The evolution of weed control practices now places an extremely high emphasis on eradication of new weed incursions before their populations are beyond expiration. A key component of weed eradication is destroying or controlling the weed seed bank. Essential oils have been shown to exhibit herbicidal activity and have been previously used for weed seed bank control. Carbon (sugar) has been shown to increase microbial activity and has also been linked to reducing seed bank germination. This trial examined applications of an essential oil (pine oil) at a range of rates (0, 1%, 2.5%, 5%, 10% and 20%) with and without carbon (sugar at 0.31 kg C ha-1) and compared this to a herbicide treatment applied as a pre-emergent herbicide (1, 2 and 3 L ha-1 of flupropanate, active ingredient) on the germination of cane needle grass seeds. The results show a strong dose response for decreased seed germinations with increased pine oil concentration with only 1 seed germinating at 20% pine oil concentration. No direct response was observed for carbon addition but it did result in a response through time with reduced seed germination with carbon at high pine oil rates. Flupropanate granules applied as a pre-emergent herbicide did not produce the expected dose response effect or high levels of cane needle grass control. This may have been due to the active ingredient being leached out by high watering rates before the cane needle grass had germinated.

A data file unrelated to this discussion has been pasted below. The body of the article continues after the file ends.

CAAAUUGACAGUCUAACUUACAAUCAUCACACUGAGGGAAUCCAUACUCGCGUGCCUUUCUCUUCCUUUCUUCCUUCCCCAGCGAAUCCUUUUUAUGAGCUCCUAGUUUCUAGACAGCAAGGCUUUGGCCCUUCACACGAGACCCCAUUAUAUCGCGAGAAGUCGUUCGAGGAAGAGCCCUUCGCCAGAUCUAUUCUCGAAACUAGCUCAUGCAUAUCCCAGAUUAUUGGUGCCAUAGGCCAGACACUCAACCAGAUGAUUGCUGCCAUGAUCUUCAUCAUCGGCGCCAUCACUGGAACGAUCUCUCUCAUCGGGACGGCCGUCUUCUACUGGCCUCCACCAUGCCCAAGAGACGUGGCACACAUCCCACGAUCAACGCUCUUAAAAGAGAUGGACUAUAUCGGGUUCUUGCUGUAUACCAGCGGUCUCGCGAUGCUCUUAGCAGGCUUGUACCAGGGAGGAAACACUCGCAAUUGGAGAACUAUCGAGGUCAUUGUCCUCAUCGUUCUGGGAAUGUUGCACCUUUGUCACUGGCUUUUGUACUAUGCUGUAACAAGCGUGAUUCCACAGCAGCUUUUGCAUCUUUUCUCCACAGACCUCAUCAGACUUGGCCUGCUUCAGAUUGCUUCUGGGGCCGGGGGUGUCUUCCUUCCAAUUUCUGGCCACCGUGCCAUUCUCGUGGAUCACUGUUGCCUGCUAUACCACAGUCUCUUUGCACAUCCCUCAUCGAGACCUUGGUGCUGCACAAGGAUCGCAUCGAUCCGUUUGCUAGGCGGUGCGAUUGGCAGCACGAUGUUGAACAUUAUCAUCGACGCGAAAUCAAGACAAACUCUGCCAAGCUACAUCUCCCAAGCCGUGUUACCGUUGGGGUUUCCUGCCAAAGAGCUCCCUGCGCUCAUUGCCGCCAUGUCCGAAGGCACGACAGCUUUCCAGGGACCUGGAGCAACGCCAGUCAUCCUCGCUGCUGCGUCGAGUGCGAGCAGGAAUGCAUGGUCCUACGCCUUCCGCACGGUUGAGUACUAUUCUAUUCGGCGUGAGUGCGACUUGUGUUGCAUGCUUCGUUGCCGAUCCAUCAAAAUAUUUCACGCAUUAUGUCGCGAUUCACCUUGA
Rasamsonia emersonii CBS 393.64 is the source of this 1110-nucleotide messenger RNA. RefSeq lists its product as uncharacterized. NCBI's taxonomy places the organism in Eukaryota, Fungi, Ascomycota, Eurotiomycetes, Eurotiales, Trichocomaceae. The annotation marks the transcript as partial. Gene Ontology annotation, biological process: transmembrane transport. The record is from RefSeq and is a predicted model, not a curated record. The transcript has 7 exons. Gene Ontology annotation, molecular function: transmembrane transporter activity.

McLaren, D.A. and Butler, K.L. (2016). A pot trial to assess the effects of pine oil, sugar and granulated flupropanate on cane needle grass (Nassella hyalina) seed banks. Plant Protection Quarterly 31(2), 38-43.